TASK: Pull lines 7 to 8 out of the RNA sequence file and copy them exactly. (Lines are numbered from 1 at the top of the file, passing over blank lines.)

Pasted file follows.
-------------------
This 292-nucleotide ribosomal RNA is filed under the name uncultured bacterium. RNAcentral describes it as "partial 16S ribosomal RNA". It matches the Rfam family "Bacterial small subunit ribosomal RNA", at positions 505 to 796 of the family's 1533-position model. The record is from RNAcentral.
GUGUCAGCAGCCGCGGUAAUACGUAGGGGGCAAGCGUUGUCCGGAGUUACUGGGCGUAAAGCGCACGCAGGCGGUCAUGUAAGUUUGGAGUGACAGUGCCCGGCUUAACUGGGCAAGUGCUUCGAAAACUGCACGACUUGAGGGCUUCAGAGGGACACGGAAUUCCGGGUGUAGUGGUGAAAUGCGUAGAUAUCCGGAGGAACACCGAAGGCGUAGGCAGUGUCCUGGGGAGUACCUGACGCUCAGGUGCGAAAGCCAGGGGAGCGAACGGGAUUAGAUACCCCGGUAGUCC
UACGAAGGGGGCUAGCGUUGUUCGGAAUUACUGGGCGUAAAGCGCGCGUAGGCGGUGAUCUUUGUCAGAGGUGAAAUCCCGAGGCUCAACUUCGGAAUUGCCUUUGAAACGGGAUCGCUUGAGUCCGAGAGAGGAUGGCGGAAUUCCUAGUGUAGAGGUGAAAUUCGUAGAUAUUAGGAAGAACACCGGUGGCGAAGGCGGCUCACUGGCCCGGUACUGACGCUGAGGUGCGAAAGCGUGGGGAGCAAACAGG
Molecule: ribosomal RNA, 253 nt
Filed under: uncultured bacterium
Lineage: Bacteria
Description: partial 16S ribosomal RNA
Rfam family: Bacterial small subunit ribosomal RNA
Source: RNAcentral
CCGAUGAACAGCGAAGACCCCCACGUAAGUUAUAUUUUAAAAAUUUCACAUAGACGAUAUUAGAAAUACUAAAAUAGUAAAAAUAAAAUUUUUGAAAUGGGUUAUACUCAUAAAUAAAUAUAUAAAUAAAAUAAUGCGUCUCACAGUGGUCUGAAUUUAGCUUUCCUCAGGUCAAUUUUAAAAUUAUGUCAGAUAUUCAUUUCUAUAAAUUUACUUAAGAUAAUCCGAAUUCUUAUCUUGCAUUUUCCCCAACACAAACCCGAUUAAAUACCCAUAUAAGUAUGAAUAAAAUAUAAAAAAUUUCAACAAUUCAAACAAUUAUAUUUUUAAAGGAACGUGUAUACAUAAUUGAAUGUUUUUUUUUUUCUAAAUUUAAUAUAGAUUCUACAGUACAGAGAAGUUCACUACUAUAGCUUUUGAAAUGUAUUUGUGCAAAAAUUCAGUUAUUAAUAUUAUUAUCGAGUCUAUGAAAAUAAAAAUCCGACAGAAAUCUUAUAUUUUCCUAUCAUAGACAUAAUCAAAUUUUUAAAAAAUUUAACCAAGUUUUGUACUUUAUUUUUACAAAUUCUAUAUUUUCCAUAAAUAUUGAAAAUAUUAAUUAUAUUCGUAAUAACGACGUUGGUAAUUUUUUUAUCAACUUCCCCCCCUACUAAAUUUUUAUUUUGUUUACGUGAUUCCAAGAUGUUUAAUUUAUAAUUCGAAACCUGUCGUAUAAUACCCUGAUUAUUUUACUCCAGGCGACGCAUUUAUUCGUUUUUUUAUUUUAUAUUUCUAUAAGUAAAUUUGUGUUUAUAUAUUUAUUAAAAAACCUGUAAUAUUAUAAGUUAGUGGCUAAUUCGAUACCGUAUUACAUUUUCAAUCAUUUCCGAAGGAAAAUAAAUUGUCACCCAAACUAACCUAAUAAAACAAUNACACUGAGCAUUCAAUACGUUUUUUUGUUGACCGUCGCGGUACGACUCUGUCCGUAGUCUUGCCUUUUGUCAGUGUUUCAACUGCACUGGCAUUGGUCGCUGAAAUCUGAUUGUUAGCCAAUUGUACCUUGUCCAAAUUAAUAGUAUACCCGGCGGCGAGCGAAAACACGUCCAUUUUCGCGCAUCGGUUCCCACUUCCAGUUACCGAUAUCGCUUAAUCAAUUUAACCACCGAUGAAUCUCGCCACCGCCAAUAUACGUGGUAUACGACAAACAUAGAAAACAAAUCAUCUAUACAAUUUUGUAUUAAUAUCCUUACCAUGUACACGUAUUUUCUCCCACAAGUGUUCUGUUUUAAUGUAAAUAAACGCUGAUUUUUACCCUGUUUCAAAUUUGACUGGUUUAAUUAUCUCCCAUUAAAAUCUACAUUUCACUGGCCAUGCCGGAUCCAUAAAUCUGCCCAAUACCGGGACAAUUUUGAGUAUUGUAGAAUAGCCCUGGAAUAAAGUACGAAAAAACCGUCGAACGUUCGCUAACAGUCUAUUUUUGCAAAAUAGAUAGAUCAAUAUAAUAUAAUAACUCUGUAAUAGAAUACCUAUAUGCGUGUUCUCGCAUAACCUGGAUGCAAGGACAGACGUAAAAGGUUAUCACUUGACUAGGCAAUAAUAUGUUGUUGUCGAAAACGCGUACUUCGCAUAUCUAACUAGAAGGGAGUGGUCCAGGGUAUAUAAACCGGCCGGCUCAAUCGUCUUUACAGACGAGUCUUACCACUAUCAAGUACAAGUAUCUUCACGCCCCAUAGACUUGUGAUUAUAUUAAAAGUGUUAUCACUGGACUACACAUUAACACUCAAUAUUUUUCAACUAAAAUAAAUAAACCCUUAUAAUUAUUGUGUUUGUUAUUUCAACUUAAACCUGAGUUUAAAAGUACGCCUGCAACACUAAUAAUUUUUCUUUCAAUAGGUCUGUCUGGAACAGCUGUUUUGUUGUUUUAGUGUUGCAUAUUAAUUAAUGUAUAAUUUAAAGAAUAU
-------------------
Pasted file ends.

Description: partial 16S ribosomal RNA
Rfam family: Bacterial small subunit ribosomal RNA